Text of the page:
DoD releases report on Navy Yard shooting

The Department of Defense released a report on Tuesday that concluded concerns about the Navy Yard gunman’s mental health were not properly handled.

After the report’s release, Sens. Susan Collins (R-Maine) and Claire McCaskill (D-Mo.) called for support of legislation Collins and McCaskill authored in October that would overhaul the security clearance system. Sens. Kelly Ayotte (R-N.H.) and Heidi Heitkamp (D-N.D.) are also cosponsors of the legislation.

The legislation would require the Office of Personnel Management to establish an automated system to review public records and databases for information about people who have security clearance at least twice, at random times, every five years.

“As these reviews have found, there is a gaping hole in the current security clearance process that has enabled people who exhibit obvious signs of high-risk behavior to remain undetected,” Collins, a member of the Senate Select Committee on Intelligence, said. “There needs to be a balance between the processing of clearances quickly enough to allow individuals to do their jobs, but also thoroughly enough to flag potential problems. Our legislation represents a sensible path forward to protect national security and to help prevent future tragedies.”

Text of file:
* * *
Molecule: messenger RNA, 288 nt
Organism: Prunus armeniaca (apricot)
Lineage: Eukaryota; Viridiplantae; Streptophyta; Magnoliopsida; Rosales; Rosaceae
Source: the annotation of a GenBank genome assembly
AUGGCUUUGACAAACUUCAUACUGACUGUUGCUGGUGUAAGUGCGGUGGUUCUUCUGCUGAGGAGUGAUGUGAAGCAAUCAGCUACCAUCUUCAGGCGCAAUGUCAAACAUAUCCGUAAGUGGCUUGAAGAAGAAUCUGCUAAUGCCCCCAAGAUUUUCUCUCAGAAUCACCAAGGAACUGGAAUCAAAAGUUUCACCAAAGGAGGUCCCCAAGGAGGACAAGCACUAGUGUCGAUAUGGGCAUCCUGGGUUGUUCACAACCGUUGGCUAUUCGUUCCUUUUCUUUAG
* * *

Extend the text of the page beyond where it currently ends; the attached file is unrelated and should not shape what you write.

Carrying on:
The random background checks would include information related to criminal and civil court proceedings, financial information, data maintained on criminal or terrorist watch lists, changes in ideology and public information that suggests ill intent.

“(Tuesday’s) report further highlights the systemic failures in the current process that are jeopardizing our ability to protect our nation’s secrets and our secure facilities,” McCaskill, a senior member of the Senate Armed Services Committee, said. “Senator Collins and I recognize the need for greater oversight in our security clearance process and our bill is aimed at doing just that.”

Defense Secretary Chuck Hagel said there were missed opportunities to intervene and prevent the Navy Yard shooting.

“The reviews identified troubling gaps in DoD’s ability to detect, prevent and respond to instances where someone working for us, a government employee, member of our military, or a contractor, decides to inflict harm on this institution and its people,” Hagel said.